Mad-Cow Question Lingers -
Was Animal A 'Downer' Cow?

By Alex Fryer
Seattle Times
Washington bureau
The public may never know whether the Yakima County Holstein infected with mad-cow disease was truly a "downer" cow, congressional investigators said yesterday.
The revelation comes as U.S. Department of Agriculture officials meet with Japanese counterparts in the next few days to try to negotiate an end to the Japanese ban on U.S. beef.
Japan had been the largest importer of U.S. beef before the infected cow was discovered in December.
The Japanese government says it wants all imported cattle tested for mad-cow disease, also called bovine spongiform encephalopathy (BSE).
The USDA says 100 percent testing is unnecessary, particularly since it banned cows unable to walk from entering the food supply.
The USDA maintains the cow processed at a Moses Lake slaughterhouse Dec. 9 wasn't ambulatory, and the agency made such "downer" animals ó thought to be most at risk of having BSE ó the focus of its response to the crisis. The workers at the facility say the cow was relatively healthy.
The mystery of the cow's condition at Vern's Moses Lake Meats may continue, said Robert White, a spokesman for Rep. Tom Davis, R-Va., chairman of the House Government Reform Committee.
"We've come to the conclusion that we're never going to know for sure whether this cow was a downer," he said.
Japan rejects U.S. criticism
There's plenty at stake in the U.S.-Japan trade discussions, for Washington state cattle producers and local meat consumers.
Washington state exported more than $191 million in beef to Japan last year, according to the state Department of Agriculture, and growers want to return to the market.
Japanese restaurants and consumers are scrambling to replace beef on their menus or increase imports from Australia, said Sato Tadashi, agricultural attachÈ at the Japanese Embassy in Washington, D.C.
He bristled at suggestions by Agriculture Secretary Ann Veneman and others that Japanese standards for BSE testing were "unscientific."
USDA recently said it would test up to 268,000 cattle that are most at risk for the disease, mainly older animals. Mad-cow disease most often occurs in cows older than 30 months.
About 35 million cattle are slaughtered annually, most of them younger than 30 months.
The USDA claims that's enough of a statistical dragnet to catch sick animals.
Tadashi laughed when asked if that was sufficient testing: "Nobody can say it is enough."
Was Yakima find accidental?
After mad-cow disease was discovered in Japan in 2001, authorities there began comprehensive testing.
Ten additional cows were found infected with BSE; five were outwardly healthy, and five were nonambulatory but had no symptoms of BSE.
"If the U.S. introduced the same inspections, maybe the U.S. would find more," he said, adding: "Health and safety issues don't have to be sacrificed in the interest of big meat packers.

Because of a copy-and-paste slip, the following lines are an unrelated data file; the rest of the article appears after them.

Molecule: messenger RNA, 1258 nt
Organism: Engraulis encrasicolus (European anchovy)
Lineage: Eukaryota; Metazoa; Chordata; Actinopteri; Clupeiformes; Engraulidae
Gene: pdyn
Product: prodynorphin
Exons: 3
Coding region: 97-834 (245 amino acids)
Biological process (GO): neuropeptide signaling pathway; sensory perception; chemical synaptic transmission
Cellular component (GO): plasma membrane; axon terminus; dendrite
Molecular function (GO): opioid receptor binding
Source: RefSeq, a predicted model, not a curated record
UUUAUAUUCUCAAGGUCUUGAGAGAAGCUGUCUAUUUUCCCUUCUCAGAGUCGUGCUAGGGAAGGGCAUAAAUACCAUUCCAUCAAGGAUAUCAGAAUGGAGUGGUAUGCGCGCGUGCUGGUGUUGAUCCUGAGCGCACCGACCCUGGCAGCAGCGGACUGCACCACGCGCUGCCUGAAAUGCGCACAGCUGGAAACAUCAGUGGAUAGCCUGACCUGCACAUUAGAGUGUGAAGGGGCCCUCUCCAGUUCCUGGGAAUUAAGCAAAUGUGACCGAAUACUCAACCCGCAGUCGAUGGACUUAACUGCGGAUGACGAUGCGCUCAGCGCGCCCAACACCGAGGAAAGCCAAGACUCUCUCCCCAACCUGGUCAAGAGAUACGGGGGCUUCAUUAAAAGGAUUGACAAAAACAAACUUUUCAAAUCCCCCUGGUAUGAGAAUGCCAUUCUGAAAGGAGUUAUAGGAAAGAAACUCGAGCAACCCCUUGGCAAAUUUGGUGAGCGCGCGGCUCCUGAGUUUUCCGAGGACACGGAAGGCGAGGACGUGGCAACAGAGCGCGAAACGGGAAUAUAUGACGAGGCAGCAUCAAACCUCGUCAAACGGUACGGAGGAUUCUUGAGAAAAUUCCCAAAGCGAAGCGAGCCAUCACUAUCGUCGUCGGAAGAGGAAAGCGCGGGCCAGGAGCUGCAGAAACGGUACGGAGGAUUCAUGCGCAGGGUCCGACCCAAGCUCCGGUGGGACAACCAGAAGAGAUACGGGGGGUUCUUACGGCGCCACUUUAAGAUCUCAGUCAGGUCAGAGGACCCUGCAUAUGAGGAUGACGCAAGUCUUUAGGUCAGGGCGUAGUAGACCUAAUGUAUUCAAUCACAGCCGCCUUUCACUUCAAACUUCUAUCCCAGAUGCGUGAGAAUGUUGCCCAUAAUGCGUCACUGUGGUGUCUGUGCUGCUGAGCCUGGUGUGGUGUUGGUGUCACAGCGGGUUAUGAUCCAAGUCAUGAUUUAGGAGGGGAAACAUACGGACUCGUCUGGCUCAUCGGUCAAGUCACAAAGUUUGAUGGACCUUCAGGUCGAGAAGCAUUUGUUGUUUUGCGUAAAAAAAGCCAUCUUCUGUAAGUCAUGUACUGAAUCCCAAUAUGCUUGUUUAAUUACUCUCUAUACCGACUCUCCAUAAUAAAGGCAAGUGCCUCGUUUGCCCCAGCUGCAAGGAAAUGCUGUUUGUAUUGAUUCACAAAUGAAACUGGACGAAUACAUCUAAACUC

"We don't request U.S. consumers to have the same concerns we do. But we'd like them to understand our concerns."
Tadashi said the Japanese government and media were very interested whether the Yakima County cow was visibly sick or whether the USDA discovered the first case of BSE in the United States by chance.
"The U.S. government is saying only downer cattle are vulnerable, but we don't think so," he said.
'Downer' definition vague
On Feb. 17, the House Government Reform Committee sent a letter to Veneman that included affidavits from three workers at Vern's Moses Lake Meats who said the BSE-infected cow was not a downer.
The slaughterhouse owner, Thomas Ellestad, told investigators he tested the cow to receive a $10 payment as part of the BSE-surveillance program by the USDA.
The letter stated: "If the new information is accurate, USDA's surveillance program may need to be significantly expanded."
In response, the USDA sent the Government Reform Committee hundreds of pages of documents pertaining to BSE sampling at Vern's Moses Lake Meats.
After reading the material, the committee determined there is no consistent definition of a downer cow, said White, the spokesman.
A USDA veterinarian at the slaughterhouse noted in his paperwork at the time which cows were lying down, but Ellestad said the cattle later stood up.
"It was a relatively healthy cow," White said. "If it had been brought a day or two earlier or was not sternal (lying down), does that cow get into the food system?"
Rep. Rick Larsen, D-Lake Stevens, a member of the House Agriculture Committee, said he did not support comprehensive testing. "Nothing has shown me that we need to test every animal in the country in order to achieve a goal of safety."
While he said he approved of the USDA response so far, the Agricultural Committee will continue its oversight role.
A joint House Government Reform and Agriculture Committee hearing is set for June to examine whether the USDA's testing for BSE is adequate and to explore lingering questions about what happened that day at the Moses Lake slaughterhouse, White said.
"We want to look at everything," he said.
Copyright © 2004 The Seattle Times Company



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